If you walk into a gym or exercise facility today it is not uncommon to see large numbers of black foam cylinders either on a storage rack or on the floor. Many gym or club members are familiar with these self-treatment and sometimes-sadomasochistic instruments of muscle manipulation. However, in 2017 there are still people that have not heard of the “foam-roller” and are not familiar with the possible uses of this device.
Self-Myofascial Release (SMFR) is a technique in which an individual attempts to treat a musculoskeletal pathology or deficiency via the use of an instrument. Instruments used for SMFR include lacrosse balls, golf balls, frozen water bottles, weighted metal bars, metal tools with special edges, tools designed for specific areas and pathologies, and foam rollers. This article discusses the use of the foam roller for SMFR.
There are many different types of foam rollers and most can be obtained for anywhere from$10 to $100. The most notable differences between types of foam rollers are the density of the material that they are made of, the length of the roller, and the texture of the surface. As their name implies, foam rollers are generally made from foam. Open-cell foam rollers are usually softer and conform to the body area being treated. These may be the most comfortable, especially if the area is hypersensitive or you’re just beginning SMFR. Closed-cell rollers are significantly firmer than open-cell rollers. Therefore, closed-cell rollers do not conform to the body area being treated and apply more pressure over a smaller area of tissue at any given time.
Some ‘foam’ rollers are not really made with foam, but rather are made from a PVC pipe covered with a rubberized material. Generally, these rollers will also have a raised texture to their surface. The combination of rigidity from the PVC pipe with the raised texture causes these rollers to apply the most pressure, which makes them arguably the most effective, but also the most painful of the rollers available.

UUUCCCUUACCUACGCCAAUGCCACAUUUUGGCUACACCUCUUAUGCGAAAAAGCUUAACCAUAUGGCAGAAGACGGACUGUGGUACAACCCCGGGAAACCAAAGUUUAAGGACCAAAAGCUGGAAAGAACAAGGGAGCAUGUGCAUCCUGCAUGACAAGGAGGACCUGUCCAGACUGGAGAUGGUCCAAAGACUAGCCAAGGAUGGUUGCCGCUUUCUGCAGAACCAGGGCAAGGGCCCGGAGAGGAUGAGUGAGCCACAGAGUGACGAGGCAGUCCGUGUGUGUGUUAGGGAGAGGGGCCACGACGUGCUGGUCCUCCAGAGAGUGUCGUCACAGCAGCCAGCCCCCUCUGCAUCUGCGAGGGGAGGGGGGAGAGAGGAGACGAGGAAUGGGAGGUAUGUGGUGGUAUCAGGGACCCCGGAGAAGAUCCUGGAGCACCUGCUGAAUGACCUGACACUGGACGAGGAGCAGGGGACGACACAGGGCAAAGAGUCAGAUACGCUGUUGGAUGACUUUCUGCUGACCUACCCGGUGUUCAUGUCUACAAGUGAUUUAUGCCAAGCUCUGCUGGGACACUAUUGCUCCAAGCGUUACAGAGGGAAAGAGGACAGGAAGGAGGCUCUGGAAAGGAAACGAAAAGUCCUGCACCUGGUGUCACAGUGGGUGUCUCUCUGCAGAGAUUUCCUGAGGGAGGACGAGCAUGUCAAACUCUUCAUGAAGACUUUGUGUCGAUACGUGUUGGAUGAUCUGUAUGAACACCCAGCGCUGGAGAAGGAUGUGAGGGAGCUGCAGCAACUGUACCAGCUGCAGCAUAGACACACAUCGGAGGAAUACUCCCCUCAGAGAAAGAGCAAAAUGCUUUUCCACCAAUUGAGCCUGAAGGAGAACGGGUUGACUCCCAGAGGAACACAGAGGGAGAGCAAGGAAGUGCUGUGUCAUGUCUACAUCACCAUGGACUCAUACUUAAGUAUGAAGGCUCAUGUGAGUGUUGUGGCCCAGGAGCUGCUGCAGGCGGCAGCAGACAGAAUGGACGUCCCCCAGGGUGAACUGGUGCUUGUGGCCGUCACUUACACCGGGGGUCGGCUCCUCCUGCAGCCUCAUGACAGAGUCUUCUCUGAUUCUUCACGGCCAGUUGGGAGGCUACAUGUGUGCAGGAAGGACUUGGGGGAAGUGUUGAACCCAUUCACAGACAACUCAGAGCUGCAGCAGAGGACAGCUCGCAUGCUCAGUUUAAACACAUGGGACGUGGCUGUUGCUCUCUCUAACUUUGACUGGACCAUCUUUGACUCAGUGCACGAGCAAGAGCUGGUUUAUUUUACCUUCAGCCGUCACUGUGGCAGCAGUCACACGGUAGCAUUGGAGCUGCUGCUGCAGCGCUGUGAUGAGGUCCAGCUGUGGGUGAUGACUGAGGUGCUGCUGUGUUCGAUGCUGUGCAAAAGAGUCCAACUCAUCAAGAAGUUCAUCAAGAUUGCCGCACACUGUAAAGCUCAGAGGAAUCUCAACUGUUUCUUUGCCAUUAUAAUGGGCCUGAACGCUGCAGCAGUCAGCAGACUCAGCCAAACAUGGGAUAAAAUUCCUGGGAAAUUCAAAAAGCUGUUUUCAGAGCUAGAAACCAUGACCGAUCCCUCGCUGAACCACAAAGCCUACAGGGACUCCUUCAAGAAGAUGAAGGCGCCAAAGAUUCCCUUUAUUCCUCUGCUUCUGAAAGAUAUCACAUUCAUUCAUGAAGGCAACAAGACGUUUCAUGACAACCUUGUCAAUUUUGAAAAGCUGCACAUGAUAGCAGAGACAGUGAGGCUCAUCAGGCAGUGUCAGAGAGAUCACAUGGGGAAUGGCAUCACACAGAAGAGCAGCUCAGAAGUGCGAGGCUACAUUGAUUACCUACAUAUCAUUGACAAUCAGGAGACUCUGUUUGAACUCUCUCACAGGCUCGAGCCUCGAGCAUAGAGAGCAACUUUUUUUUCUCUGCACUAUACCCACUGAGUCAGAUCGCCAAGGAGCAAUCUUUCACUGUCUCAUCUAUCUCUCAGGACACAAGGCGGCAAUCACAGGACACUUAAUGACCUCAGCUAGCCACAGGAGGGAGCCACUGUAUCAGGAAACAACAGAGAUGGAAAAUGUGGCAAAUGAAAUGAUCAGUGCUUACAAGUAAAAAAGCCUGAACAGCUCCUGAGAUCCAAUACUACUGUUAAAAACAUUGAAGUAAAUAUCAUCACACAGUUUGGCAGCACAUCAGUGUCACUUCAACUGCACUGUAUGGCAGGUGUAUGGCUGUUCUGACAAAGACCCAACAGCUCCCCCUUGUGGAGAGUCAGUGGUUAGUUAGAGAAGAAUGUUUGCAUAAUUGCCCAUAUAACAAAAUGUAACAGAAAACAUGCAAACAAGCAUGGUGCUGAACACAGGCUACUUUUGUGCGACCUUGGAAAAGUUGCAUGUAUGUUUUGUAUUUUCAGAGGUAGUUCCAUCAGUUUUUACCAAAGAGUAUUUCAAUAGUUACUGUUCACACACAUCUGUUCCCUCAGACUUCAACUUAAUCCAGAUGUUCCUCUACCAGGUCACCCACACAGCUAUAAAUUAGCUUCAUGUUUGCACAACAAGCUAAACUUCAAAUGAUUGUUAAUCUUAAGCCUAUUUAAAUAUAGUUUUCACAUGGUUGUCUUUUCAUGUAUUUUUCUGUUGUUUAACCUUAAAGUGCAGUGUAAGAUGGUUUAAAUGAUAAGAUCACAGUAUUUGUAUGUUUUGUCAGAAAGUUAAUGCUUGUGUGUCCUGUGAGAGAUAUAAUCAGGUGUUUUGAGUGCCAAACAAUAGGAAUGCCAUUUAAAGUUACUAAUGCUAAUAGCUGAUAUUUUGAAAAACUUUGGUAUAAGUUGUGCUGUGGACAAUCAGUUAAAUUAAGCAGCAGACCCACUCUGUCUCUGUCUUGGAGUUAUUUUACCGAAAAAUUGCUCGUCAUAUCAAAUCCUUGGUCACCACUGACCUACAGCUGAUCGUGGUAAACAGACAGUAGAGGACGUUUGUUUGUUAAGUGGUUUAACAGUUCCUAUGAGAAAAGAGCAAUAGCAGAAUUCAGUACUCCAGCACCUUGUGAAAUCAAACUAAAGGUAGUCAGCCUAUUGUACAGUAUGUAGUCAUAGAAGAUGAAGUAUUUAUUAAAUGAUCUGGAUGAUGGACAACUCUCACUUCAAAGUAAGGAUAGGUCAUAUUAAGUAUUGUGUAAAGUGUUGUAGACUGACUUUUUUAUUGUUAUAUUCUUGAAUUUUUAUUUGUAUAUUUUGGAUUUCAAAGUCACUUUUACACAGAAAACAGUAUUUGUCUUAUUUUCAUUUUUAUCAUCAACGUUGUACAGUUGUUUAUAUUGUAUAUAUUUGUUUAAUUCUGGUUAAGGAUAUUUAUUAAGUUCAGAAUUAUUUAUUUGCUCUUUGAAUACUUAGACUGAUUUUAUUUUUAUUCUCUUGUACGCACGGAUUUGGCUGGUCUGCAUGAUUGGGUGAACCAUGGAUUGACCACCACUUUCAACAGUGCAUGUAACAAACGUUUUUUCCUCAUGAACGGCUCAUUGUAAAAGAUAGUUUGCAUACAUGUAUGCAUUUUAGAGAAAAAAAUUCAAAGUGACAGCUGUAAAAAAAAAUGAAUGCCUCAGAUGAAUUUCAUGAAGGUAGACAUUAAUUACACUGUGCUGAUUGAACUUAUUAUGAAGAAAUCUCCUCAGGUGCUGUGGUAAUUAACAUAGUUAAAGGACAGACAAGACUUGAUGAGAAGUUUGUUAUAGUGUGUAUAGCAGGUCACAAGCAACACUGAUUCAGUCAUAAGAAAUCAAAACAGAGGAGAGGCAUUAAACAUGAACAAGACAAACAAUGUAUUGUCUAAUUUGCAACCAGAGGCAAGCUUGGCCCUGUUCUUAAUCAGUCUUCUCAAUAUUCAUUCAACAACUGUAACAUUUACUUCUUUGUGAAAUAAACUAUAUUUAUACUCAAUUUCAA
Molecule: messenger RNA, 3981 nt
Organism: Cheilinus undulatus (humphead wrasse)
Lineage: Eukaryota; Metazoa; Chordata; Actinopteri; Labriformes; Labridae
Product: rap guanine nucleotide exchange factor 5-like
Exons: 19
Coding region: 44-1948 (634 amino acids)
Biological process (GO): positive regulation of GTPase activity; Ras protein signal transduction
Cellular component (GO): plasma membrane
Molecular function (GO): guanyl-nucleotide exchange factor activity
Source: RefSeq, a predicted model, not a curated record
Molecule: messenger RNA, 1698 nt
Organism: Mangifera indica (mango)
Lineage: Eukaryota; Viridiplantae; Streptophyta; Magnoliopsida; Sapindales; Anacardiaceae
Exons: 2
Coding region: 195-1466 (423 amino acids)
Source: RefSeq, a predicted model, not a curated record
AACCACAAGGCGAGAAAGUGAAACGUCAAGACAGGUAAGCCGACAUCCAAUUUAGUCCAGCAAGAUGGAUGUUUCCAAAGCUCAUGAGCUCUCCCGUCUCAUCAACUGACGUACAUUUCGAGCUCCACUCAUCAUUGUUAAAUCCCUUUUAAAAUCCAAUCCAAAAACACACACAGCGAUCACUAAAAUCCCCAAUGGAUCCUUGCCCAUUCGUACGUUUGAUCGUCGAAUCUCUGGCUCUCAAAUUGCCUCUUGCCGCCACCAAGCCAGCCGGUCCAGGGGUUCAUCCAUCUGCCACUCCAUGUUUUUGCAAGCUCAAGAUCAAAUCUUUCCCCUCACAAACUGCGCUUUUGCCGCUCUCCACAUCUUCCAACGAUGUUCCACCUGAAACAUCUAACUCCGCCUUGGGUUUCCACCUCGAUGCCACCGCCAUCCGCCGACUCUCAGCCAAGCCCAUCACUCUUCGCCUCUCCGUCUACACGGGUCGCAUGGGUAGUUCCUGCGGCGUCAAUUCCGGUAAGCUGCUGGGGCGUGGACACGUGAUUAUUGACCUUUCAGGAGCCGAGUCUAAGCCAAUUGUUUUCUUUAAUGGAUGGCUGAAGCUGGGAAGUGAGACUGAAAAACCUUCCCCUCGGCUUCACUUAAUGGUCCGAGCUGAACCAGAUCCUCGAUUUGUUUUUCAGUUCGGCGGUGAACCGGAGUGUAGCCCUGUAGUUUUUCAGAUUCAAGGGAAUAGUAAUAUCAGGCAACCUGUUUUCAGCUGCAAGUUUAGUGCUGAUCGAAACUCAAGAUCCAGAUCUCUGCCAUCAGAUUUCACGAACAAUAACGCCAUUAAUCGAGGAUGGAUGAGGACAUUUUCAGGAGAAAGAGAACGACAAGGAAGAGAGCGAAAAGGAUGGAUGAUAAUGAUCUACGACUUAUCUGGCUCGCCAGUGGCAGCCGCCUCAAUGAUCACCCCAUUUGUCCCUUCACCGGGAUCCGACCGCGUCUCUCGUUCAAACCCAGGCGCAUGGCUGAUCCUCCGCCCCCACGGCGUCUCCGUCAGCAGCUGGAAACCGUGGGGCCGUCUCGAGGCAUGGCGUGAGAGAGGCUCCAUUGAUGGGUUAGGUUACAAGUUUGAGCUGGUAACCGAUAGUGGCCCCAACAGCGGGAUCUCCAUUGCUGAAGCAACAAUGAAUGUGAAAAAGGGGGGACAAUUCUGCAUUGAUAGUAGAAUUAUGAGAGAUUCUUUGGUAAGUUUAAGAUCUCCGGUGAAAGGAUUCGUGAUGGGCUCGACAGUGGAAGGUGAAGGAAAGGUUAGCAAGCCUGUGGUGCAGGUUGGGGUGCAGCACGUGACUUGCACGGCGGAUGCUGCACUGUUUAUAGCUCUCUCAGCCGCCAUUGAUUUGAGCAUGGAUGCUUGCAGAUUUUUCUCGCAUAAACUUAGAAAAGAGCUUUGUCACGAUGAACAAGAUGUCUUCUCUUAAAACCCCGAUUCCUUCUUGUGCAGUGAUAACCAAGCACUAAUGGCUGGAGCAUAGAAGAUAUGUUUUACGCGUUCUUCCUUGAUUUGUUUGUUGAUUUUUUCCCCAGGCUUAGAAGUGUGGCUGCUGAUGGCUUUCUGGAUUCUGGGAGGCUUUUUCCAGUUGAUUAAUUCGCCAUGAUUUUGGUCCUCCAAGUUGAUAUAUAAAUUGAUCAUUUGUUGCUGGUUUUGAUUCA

Benefits of SMFR include improved joint range of motion (ROM) with foam rolling and have been demonstrated with a significant amount of evidence. There are several theories of how this happens. One theory suggests that the pressure exerted by the roller on the tissue combined with the movement over the roller assists in ‘breaking up’ fascial adhesions between contractile and non-contractile tissues. This means that different tissues, such as muscle and its fascial covering, can now slide freely by one another.
Another theory suggests that because SMFR increases local blood flow, muscles can
lengthen more than they might otherwise without this increased supply of blood. The most popular theory is that the pressure exerted by the foam roller causes the nervous system to decrease its input to the muscle being rolled in a process that’s similar to autogenic inhibition (sudden relaxation of muscle in response to pressure or tension to prevent tearing).
You may ask the question, “Why not just stretch to increase ROM?” Several studies have demonstrated that SMFR with a foam roller produces an increase in ROM quicker than static stretching can. The same studies did, however, also note that the greatest gains in ROM were found when foam rolling and static stretching were combined. In addition to gaining ROM faster with foam rolling than with static stretching, force production at end ROM is not decreased by foam rolling like it is with static stretching.
This means that if you stretch to gain ROM you’ll decrease your force production near the end of your ROM. Conversely, if you foam roll to gain ROM you’ll maintain similar force production near the end of your ROM. Therefore, you may better off foam rolling prior to an event instead of stretching.
Some evidence has demonstrated the ability of SMFR with foam rolling to decrease
arterial stiffness and improve vascular endothelial function. This means that the area
being foam rolled will have increased blood flow and perfusion (transfer of substances
between blood and cells), which can promote tissue healing in addition to providing
muscles with the oxygen and nutrients they need to optimally perform.
After exercise, foam rolling has been shown to decrease soreness and fatigue, which can allow an individual to return to activity sooner and with less discomfort. Foam rolling can also increase pressure pain threshold (PPT). PPT is the amount of pressure that can be applied prior to pain being felt.
There is a good body of research regarding the effective use of foam rollers to increase range of motion, improve blood flow and muscular mobility. Rollers come in a variety of densities making the process useful for almost anyone and they are also affordable. Foam rollers are an effective injury prevention tool for both high level and recreational athletes.